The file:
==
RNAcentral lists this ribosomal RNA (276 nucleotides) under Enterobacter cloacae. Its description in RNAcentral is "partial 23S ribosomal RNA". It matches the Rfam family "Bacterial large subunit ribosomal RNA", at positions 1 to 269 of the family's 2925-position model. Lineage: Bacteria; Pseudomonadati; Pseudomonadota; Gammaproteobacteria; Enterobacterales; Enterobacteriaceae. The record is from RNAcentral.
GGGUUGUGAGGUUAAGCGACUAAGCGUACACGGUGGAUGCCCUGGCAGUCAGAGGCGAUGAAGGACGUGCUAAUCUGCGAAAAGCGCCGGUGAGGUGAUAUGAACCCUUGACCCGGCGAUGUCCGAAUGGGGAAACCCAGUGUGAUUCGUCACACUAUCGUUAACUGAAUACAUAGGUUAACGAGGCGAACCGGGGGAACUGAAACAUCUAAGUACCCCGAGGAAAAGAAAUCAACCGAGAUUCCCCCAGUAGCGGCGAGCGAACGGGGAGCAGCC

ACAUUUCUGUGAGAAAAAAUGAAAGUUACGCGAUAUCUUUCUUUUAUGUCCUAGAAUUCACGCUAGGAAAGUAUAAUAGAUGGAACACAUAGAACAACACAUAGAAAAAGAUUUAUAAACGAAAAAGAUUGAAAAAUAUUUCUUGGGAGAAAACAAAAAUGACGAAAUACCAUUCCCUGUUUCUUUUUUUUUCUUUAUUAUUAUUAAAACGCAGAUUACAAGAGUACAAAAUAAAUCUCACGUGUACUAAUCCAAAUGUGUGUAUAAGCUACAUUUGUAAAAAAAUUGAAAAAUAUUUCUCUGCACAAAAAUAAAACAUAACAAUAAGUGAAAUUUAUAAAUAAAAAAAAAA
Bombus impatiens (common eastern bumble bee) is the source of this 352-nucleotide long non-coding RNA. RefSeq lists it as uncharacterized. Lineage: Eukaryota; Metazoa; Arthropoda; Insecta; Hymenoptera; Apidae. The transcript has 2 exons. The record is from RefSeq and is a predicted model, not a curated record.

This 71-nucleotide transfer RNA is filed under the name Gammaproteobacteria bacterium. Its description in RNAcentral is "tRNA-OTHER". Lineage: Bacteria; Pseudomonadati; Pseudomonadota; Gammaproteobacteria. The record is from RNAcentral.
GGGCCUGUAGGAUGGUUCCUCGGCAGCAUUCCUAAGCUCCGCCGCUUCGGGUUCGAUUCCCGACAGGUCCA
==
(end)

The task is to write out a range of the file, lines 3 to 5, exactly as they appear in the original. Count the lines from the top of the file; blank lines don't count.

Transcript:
ACAUUUCUGUGAGAAAAAAUGAAAGUUACGCGAUAUCUUUCUUUUAUGUCCUAGAAUUCACGCUAGGAAAGUAUAAUAGAUGGAACACAUAGAACAACACAUAGAAAAAGAUUUAUAAACGAAAAAGAUUGAAAAAUAUUUCUUGGGAGAAAACAAAAAUGACGAAAUACCAUUCCCUGUUUCUUUUUUUUUCUUUAUUAUUAUUAAAACGCAGAUUACAAGAGUACAAAAUAAAUCUCACGUGUACUAAUCCAAAUGUGUGUAUAAGCUACAUUUGUAAAAAAAUUGAAAAAUAUUUCUCUGCACAAAAAUAAAACAUAACAAUAAGUGAAAUUUAUAAAUAAAAAAAAAA
Bombus impatiens (common eastern bumble bee) is the source of this 352-nucleotide long non-coding RNA. RefSeq lists it as uncharacterized. Lineage: Eukaryota; Metazoa; Arthropoda; Insecta; Hymenoptera; Apidae. The transcript has 2 exons. The record is from RefSeq and is a predicted model, not a curated record.

This 71-nucleotide transfer RNA is filed under the name Gammaproteobacteria bacterium. Its description in RNAcentral is "tRNA-OTHER". Lineage: Bacteria; Pseudomonadati; Pseudomonadota; Gammaproteobacteria. The record is from RNAcentral.